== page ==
Khaen or khene (bamboo flute)

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Country: Laos
Bamboo flute

The bamboo mouth organ (Lao: khaen) is considered an identity marker of the Lao. Men belonging to other groups residing in Laos, such as the Katu living in the southern region, also play the khaen. The khaen is also found in areas where the Lao live, such as neighbouring Cambodia and Thailand. This instrument is related to the Chinese sheng, which is the root of the harmonica.

The khaen is composed of pairs of bamboo pipes of descending lengths that are connected via a hollow wood reservoir or carved wooden windchest. The windchest serves as the mouthpiece in which air is blown. A free reed composed of brass or silver alloy is in this reservoir. Each bamboo pipe has a reed. A hole is burned in each pipe above the windchest. An instrument maker utilises insect resin, khii suut, as an adhesive, and a vine, kheua na nyang, as a binding. The mouth organ is named after the number of pairs of pipes. Most common type of instrument consists of sixteen pipes or eight pairs (Lao: khaen paet).

The khaen has pentatonic scales and is traditionally played for special occasions, such as weddings, and festivals. In the past, festivals featured pairs of singers and khaen players who improvised while performing. Khaen music has been incorporated into modern folk music, which is called luuk thung in Thailand and features musicians of Lao descent. Foreign musicians have also taken up the instrument.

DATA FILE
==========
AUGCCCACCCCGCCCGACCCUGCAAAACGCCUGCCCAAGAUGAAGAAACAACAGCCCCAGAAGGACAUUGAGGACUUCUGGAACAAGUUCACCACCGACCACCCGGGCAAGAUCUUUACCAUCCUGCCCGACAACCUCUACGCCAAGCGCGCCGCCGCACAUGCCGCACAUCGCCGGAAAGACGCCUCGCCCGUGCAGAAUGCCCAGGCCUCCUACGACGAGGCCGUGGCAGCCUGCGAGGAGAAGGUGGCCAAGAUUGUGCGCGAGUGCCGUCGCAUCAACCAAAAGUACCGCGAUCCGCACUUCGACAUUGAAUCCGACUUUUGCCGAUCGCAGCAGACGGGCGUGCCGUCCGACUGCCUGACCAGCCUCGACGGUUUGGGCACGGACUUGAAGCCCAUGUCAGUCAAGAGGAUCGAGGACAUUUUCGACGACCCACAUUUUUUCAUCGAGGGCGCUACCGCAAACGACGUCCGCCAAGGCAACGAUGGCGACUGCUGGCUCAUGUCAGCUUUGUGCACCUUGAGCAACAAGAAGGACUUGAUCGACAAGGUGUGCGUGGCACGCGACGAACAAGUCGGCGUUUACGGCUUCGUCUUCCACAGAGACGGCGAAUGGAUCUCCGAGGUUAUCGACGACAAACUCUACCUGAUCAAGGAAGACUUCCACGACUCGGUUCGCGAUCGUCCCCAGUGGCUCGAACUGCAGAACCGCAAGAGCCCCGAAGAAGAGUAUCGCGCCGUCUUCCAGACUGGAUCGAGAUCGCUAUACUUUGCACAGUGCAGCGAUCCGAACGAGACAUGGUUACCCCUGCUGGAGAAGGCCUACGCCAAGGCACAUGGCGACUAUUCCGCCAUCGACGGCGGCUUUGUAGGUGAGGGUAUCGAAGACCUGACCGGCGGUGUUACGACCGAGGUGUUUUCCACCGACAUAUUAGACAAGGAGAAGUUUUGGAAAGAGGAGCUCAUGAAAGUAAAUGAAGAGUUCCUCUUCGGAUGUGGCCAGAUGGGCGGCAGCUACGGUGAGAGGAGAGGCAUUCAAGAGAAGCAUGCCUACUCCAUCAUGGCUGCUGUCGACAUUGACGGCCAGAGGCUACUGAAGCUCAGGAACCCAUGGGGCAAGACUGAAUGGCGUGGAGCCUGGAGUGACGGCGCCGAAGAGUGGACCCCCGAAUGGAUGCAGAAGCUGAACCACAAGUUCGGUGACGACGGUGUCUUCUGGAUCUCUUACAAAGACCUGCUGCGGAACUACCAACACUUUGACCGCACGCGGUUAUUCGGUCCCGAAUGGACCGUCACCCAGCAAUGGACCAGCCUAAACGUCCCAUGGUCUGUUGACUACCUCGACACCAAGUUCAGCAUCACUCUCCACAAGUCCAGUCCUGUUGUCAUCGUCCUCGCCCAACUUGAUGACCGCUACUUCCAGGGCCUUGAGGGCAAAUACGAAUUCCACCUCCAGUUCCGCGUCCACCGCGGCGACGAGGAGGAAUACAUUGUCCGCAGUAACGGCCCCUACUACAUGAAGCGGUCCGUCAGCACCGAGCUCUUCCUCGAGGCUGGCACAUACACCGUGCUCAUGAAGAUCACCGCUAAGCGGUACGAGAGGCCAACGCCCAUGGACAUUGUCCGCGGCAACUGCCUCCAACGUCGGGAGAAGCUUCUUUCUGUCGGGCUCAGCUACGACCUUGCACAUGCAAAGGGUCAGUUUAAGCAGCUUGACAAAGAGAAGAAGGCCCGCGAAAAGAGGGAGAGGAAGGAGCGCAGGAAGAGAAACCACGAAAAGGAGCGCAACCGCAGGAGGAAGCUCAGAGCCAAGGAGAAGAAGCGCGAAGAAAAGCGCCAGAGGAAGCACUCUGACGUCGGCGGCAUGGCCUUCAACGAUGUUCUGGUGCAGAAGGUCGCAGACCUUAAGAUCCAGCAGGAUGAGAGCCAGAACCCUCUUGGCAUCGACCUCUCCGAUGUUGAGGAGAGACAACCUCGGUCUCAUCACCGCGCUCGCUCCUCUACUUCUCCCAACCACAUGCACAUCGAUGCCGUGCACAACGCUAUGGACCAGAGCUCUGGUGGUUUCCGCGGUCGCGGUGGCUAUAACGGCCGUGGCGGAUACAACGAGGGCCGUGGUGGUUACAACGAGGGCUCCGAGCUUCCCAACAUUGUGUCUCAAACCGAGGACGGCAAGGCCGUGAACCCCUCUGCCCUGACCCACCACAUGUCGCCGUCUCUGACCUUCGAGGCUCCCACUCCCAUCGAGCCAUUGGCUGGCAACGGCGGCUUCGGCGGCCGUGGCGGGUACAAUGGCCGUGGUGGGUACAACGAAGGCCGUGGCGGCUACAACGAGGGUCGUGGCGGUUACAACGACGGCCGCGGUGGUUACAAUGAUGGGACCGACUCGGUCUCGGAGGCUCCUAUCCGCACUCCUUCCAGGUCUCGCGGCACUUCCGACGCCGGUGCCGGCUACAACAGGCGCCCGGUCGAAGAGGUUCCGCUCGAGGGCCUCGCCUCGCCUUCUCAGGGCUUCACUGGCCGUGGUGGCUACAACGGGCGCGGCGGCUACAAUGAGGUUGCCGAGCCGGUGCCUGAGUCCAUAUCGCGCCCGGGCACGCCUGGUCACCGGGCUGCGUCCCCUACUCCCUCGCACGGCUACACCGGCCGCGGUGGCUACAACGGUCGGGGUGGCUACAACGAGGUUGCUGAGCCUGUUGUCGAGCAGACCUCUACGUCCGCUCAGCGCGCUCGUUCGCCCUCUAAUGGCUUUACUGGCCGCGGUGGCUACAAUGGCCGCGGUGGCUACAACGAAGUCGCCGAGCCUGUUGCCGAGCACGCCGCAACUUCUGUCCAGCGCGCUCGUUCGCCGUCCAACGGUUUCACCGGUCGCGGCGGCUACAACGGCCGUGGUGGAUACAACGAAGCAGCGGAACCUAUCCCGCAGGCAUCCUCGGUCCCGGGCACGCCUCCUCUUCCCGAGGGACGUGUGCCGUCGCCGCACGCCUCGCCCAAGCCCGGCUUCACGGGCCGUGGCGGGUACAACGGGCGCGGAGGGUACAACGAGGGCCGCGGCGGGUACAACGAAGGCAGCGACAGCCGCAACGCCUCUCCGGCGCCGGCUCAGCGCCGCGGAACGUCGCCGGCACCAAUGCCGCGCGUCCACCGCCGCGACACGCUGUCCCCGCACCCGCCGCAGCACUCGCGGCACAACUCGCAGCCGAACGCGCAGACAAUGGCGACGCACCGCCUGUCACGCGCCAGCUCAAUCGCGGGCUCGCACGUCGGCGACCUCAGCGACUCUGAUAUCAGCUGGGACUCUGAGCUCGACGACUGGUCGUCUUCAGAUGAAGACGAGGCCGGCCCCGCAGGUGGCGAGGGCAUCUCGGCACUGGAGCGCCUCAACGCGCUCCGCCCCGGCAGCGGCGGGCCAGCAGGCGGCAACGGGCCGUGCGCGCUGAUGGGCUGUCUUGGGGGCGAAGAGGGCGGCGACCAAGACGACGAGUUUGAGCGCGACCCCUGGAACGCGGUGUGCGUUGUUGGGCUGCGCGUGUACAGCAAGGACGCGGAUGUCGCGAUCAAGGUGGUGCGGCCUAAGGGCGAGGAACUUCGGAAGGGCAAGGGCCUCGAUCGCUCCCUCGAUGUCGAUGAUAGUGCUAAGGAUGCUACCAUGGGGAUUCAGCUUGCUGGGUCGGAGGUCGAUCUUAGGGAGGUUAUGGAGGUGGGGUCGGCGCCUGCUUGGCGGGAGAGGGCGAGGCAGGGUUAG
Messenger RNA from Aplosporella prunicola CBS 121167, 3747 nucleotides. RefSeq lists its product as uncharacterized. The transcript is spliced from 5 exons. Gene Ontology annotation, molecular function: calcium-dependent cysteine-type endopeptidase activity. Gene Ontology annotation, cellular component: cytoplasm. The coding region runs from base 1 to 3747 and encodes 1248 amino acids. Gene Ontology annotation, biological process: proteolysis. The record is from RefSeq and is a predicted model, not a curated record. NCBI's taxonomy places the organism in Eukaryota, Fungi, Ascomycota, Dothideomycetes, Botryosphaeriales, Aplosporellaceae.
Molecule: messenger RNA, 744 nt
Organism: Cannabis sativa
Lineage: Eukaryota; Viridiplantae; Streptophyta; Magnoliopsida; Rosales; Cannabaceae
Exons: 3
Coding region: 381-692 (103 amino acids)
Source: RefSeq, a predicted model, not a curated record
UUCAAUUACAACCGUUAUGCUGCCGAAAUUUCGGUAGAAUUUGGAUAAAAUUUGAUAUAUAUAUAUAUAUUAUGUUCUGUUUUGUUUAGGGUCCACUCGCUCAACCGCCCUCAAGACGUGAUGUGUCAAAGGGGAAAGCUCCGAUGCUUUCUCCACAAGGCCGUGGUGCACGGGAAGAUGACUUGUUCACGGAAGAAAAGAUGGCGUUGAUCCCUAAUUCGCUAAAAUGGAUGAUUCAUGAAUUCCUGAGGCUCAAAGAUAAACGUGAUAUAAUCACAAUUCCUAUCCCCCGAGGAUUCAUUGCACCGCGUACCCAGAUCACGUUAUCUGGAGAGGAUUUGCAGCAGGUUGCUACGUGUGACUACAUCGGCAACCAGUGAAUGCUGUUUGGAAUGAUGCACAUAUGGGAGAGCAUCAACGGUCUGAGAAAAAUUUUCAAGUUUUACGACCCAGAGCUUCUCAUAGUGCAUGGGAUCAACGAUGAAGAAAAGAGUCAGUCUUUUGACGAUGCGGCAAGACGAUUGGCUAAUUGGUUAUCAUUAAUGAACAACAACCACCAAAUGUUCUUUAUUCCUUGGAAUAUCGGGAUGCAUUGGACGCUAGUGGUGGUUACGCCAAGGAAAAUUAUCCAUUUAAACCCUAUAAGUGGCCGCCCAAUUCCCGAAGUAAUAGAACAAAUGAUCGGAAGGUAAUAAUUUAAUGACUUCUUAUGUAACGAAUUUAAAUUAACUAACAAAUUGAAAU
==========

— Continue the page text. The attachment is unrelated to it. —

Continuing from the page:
Hmong musicians also use a free reed mouth organ (Hmong: qeej or gaeng). The bamboo pipes composing a Hmong mouth organ can be slightly curved or straight. When played, the music resembles Hmong language. Each note is a word. Thus, the Hmong qeej player is a storyteller, dancing or moving while blowing into the instrument. Sometimes, the windchest consists of a dried gourd with a long tapering neck. The Hmong mouth organ is also played during ceremonies, especially funerals, and festivals. Several musicians often play together.

Musicians produce instrument for personal use and for sale, bringing examples to demonstrate and sell at large events, such as Hmong New Year. Both the Hmong and Lao diaspora buy the bamboo organs to play in their countries of residence. Mr. Pa Kao Yang is a qeel musician who sells his instruments in the Phonsavanh Market of Xieng Khouang Province. Other musicians sell at large festivals such as Hmong New Year.

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